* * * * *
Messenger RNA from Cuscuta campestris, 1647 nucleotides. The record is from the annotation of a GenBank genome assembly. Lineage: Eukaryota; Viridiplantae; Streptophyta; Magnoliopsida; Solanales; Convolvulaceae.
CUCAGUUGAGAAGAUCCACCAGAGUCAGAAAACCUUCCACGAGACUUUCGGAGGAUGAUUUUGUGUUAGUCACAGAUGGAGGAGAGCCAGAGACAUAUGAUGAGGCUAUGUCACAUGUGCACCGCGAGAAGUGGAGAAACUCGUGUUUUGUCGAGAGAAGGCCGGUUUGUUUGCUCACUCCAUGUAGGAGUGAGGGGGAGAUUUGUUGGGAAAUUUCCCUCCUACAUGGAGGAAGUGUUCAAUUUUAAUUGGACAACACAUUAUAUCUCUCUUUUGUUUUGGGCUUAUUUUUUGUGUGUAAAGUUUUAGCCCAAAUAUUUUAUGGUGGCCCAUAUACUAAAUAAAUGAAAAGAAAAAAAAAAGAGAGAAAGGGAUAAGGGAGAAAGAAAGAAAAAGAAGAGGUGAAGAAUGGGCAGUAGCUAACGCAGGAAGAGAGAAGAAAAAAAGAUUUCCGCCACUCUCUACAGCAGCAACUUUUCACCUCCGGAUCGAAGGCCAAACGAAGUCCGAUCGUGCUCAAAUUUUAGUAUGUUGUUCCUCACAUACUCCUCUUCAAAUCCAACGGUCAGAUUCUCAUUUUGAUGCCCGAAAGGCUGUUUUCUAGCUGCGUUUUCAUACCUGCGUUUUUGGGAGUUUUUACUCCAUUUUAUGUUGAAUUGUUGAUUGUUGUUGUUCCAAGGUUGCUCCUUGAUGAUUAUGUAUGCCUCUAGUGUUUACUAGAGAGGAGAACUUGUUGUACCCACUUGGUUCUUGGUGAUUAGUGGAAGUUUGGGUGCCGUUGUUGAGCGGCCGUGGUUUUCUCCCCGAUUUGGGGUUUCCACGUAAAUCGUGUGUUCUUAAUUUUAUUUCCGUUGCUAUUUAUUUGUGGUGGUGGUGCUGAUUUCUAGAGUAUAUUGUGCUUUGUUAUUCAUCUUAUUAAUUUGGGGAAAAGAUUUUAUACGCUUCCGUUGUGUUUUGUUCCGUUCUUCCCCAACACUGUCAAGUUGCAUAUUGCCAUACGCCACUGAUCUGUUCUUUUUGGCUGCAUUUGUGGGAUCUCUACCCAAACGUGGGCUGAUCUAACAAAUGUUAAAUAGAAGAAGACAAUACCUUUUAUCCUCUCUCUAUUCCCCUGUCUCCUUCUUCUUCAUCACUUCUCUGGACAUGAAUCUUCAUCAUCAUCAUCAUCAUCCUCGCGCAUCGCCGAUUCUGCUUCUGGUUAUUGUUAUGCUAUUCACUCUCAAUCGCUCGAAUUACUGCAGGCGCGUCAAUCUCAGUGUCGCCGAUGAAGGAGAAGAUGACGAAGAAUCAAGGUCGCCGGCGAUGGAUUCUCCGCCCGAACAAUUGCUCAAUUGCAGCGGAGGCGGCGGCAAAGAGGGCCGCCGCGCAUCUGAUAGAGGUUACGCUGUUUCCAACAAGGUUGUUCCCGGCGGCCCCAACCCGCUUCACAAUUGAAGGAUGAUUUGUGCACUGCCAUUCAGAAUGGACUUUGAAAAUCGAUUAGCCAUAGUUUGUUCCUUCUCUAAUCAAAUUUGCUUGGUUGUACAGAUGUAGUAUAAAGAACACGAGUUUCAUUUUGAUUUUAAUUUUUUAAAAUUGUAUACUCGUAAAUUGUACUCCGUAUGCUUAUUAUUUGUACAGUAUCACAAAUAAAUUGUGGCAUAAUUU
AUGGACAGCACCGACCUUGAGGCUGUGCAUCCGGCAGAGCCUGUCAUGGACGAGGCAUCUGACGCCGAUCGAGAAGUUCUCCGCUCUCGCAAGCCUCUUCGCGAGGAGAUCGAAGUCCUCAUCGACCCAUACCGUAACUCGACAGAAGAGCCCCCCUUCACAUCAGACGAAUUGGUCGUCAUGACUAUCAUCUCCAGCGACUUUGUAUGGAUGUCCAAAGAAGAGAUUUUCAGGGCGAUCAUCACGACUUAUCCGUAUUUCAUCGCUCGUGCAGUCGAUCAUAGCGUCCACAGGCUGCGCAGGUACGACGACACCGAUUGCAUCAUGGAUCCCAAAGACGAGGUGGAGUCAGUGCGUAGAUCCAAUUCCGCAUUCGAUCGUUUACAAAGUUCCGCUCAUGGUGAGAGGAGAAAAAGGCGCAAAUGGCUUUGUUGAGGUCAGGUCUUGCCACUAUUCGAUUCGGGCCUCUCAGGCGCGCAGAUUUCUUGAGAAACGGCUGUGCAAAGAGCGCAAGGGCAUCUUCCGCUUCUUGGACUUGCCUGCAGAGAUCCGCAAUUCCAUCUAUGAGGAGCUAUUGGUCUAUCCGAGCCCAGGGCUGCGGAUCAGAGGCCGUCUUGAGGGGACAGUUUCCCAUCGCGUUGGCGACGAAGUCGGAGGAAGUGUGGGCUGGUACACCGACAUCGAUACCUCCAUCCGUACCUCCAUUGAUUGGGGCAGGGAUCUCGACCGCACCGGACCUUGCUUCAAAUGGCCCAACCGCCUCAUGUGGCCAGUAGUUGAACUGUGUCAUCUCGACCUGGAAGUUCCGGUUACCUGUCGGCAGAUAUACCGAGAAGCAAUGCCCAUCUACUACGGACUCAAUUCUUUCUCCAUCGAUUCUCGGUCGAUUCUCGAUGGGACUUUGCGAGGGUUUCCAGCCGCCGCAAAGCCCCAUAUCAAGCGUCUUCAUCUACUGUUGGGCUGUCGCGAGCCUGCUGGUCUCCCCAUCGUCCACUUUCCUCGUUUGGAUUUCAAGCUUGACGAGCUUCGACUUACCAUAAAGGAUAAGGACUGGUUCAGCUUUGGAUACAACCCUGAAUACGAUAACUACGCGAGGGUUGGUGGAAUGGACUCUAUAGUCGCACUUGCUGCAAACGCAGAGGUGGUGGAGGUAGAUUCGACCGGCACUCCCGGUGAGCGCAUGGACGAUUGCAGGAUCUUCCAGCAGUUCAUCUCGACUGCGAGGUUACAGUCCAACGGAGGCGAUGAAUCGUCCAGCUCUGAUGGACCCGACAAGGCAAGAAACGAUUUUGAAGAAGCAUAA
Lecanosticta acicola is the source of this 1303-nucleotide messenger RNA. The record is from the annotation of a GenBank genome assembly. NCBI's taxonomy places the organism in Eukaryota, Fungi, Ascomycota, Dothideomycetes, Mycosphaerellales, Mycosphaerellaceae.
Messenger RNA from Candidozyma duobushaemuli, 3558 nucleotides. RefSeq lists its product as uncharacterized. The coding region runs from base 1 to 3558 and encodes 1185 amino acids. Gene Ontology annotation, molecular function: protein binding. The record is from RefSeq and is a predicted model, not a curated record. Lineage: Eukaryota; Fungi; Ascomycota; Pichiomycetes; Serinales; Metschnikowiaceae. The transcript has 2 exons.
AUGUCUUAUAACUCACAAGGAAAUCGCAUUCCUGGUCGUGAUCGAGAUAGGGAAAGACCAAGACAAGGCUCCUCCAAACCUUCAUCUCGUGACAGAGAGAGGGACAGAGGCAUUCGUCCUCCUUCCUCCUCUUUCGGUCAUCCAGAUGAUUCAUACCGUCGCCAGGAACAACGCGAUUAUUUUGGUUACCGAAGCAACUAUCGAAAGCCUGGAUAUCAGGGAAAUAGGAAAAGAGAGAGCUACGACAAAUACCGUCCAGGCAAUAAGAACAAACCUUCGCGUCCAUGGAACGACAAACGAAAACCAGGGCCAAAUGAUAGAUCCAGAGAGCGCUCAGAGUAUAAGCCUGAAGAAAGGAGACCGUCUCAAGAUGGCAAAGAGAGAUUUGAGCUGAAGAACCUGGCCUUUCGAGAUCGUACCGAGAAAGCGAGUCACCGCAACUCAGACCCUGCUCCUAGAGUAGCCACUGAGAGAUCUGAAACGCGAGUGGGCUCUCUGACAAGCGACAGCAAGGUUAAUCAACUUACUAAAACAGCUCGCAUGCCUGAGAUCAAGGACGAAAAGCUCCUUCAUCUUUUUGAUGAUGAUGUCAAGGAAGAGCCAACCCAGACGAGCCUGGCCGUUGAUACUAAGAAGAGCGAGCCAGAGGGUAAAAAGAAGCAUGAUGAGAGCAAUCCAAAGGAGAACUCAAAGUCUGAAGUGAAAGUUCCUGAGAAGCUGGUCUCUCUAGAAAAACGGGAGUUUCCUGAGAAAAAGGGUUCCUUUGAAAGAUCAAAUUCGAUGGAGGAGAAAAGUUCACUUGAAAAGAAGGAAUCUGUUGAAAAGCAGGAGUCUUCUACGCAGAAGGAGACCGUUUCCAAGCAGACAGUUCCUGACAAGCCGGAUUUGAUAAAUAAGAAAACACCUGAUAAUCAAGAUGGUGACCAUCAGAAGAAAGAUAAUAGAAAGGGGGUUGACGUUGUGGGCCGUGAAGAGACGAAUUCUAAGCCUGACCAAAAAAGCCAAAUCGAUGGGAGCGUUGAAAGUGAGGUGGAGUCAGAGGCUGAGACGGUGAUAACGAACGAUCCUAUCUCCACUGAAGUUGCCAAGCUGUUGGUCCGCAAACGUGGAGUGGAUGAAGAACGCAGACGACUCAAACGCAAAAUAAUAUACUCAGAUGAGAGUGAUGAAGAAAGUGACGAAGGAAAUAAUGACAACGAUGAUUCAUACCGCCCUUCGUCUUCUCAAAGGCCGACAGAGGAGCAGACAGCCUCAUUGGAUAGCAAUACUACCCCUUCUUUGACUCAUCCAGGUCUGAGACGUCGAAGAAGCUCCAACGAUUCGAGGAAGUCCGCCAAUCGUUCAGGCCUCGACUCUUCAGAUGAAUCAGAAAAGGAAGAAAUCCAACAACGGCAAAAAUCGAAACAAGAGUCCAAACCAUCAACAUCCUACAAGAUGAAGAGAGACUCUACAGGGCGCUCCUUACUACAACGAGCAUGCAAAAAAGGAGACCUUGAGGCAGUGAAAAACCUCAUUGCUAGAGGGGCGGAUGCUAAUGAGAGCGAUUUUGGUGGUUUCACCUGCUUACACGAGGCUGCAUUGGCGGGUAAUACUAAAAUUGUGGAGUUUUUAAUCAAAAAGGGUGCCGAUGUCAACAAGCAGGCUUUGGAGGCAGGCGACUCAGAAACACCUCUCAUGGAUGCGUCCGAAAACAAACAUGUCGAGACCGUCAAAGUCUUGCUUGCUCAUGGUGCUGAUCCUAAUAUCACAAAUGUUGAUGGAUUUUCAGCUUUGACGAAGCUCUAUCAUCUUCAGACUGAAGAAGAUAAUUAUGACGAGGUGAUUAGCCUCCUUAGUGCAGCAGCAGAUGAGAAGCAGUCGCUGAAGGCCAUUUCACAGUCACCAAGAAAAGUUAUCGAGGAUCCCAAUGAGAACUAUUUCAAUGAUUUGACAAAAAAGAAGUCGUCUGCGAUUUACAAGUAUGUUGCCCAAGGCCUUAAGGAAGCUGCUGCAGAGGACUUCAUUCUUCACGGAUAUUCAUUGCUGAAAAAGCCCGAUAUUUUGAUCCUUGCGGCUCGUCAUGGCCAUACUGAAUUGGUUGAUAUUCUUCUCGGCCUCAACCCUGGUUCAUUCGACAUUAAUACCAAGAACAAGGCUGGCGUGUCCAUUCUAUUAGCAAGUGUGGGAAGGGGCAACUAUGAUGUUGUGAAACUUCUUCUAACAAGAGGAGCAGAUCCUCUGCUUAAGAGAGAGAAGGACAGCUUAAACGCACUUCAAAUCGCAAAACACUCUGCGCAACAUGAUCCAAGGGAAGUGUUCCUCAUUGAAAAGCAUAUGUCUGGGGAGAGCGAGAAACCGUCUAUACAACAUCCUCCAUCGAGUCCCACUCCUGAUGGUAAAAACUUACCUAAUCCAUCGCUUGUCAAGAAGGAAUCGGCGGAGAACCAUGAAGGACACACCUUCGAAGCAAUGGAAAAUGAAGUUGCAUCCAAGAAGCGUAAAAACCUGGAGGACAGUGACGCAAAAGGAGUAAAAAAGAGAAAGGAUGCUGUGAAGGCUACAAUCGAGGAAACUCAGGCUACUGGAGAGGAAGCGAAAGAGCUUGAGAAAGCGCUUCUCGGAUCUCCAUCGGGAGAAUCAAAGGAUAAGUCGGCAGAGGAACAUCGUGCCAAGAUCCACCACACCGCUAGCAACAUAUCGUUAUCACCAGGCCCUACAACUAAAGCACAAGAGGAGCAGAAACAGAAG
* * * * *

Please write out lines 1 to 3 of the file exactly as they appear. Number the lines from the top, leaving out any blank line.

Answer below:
Messenger RNA from Cuscuta campestris, 1647 nucleotides. The record is from the annotation of a GenBank genome assembly. Lineage: Eukaryota; Viridiplantae; Streptophyta; Magnoliopsida; Solanales; Convolvulaceae.
CUCAGUUGAGAAGAUCCACCAGAGUCAGAAAACCUUCCACGAGACUUUCGGAGGAUGAUUUUGUGUUAGUCACAGAUGGAGGAGAGCCAGAGACAUAUGAUGAGGCUAUGUCACAUGUGCACCGCGAGAAGUGGAGAAACUCGUGUUUUGUCGAGAGAAGGCCGGUUUGUUUGCUCACUCCAUGUAGGAGUGAGGGGGAGAUUUGUUGGGAAAUUUCCCUCCUACAUGGAGGAAGUGUUCAAUUUUAAUUGGACAACACAUUAUAUCUCUCUUUUGUUUUGGGCUUAUUUUUUGUGUGUAAAGUUUUAGCCCAAAUAUUUUAUGGUGGCCCAUAUACUAAAUAAAUGAAAAGAAAAAAAAAAGAGAGAAAGGGAUAAGGGAGAAAGAAAGAAAAAGAAGAGGUGAAGAAUGGGCAGUAGCUAACGCAGGAAGAGAGAAGAAAAAAAGAUUUCCGCCACUCUCUACAGCAGCAACUUUUCACCUCCGGAUCGAAGGCCAAACGAAGUCCGAUCGUGCUCAAAUUUUAGUAUGUUGUUCCUCACAUACUCCUCUUCAAAUCCAACGGUCAGAUUCUCAUUUUGAUGCCCGAAAGGCUGUUUUCUAGCUGCGUUUUCAUACCUGCGUUUUUGGGAGUUUUUACUCCAUUUUAUGUUGAAUUGUUGAUUGUUGUUGUUCCAAGGUUGCUCCUUGAUGAUUAUGUAUGCCUCUAGUGUUUACUAGAGAGGAGAACUUGUUGUACCCACUUGGUUCUUGGUGAUUAGUGGAAGUUUGGGUGCCGUUGUUGAGCGGCCGUGGUUUUCUCCCCGAUUUGGGGUUUCCACGUAAAUCGUGUGUUCUUAAUUUUAUUUCCGUUGCUAUUUAUUUGUGGUGGUGGUGCUGAUUUCUAGAGUAUAUUGUGCUUUGUUAUUCAUCUUAUUAAUUUGGGGAAAAGAUUUUAUACGCUUCCGUUGUGUUUUGUUCCGUUCUUCCCCAACACUGUCAAGUUGCAUAUUGCCAUACGCCACUGAUCUGUUCUUUUUGGCUGCAUUUGUGGGAUCUCUACCCAAACGUGGGCUGAUCUAACAAAUGUUAAAUAGAAGAAGACAAUACCUUUUAUCCUCUCUCUAUUCCCCUGUCUCCUUCUUCUUCAUCACUUCUCUGGACAUGAAUCUUCAUCAUCAUCAUCAUCAUCCUCGCGCAUCGCCGAUUCUGCUUCUGGUUAUUGUUAUGCUAUUCACUCUCAAUCGCUCGAAUUACUGCAGGCGCGUCAAUCUCAGUGUCGCCGAUGAAGGAGAAGAUGACGAAGAAUCAAGGUCGCCGGCGAUGGAUUCUCCGCCCGAACAAUUGCUCAAUUGCAGCGGAGGCGGCGGCAAAGAGGGCCGCCGCGCAUCUGAUAGAGGUUACGCUGUUUCCAACAAGGUUGUUCCCGGCGGCCCCAACCCGCUUCACAAUUGAAGGAUGAUUUGUGCACUGCCAUUCAGAAUGGACUUUGAAAAUCGAUUAGCCAUAGUUUGUUCCUUCUCUAAUCAAAUUUGCUUGGUUGUACAGAUGUAGUAUAAAGAACACGAGUUUCAUUUUGAUUUUAAUUUUUUAAAAUUGUAUACUCGUAAAUUGUACUCCGUAUGCUUAUUAUUUGUACAGUAUCACAAAUAAAUUGUGGCAUAAUUU
AUGGACAGCACCGACCUUGAGGCUGUGCAUCCGGCAGAGCCUGUCAUGGACGAGGCAUCUGACGCCGAUCGAGAAGUUCUCCGCUCUCGCAAGCCUCUUCGCGAGGAGAUCGAAGUCCUCAUCGACCCAUACCGUAACUCGACAGAAGAGCCCCCCUUCACAUCAGACGAAUUGGUCGUCAUGACUAUCAUCUCCAGCGACUUUGUAUGGAUGUCCAAAGAAGAGAUUUUCAGGGCGAUCAUCACGACUUAUCCGUAUUUCAUCGCUCGUGCAGUCGAUCAUAGCGUCCACAGGCUGCGCAGGUACGACGACACCGAUUGCAUCAUGGAUCCCAAAGACGAGGUGGAGUCAGUGCGUAGAUCCAAUUCCGCAUUCGAUCGUUUACAAAGUUCCGCUCAUGGUGAGAGGAGAAAAAGGCGCAAAUGGCUUUGUUGAGGUCAGGUCUUGCCACUAUUCGAUUCGGGCCUCUCAGGCGCGCAGAUUUCUUGAGAAACGGCUGUGCAAAGAGCGCAAGGGCAUCUUCCGCUUCUUGGACUUGCCUGCAGAGAUCCGCAAUUCCAUCUAUGAGGAGCUAUUGGUCUAUCCGAGCCCAGGGCUGCGGAUCAGAGGCCGUCUUGAGGGGACAGUUUCCCAUCGCGUUGGCGACGAAGUCGGAGGAAGUGUGGGCUGGUACACCGACAUCGAUACCUCCAUCCGUACCUCCAUUGAUUGGGGCAGGGAUCUCGACCGCACCGGACCUUGCUUCAAAUGGCCCAACCGCCUCAUGUGGCCAGUAGUUGAACUGUGUCAUCUCGACCUGGAAGUUCCGGUUACCUGUCGGCAGAUAUACCGAGAAGCAAUGCCCAUCUACUACGGACUCAAUUCUUUCUCCAUCGAUUCUCGGUCGAUUCUCGAUGGGACUUUGCGAGGGUUUCCAGCCGCCGCAAAGCCCCAUAUCAAGCGUCUUCAUCUACUGUUGGGCUGUCGCGAGCCUGCUGGUCUCCCCAUCGUCCACUUUCCUCGUUUGGAUUUCAAGCUUGACGAGCUUCGACUUACCAUAAAGGAUAAGGACUGGUUCAGCUUUGGAUACAACCCUGAAUACGAUAACUACGCGAGGGUUGGUGGAAUGGACUCUAUAGUCGCACUUGCUGCAAACGCAGAGGUGGUGGAGGUAGAUUCGACCGGCACUCCCGGUGAGCGCAUGGACGAUUGCAGGAUCUUCCAGCAGUUCAUCUCGACUGCGAGGUUACAGUCCAACGGAGGCGAUGAAUCGUCCAGCUCUGAUGGACCCGACAAGGCAAGAAACGAUUUUGAAGAAGCAUAA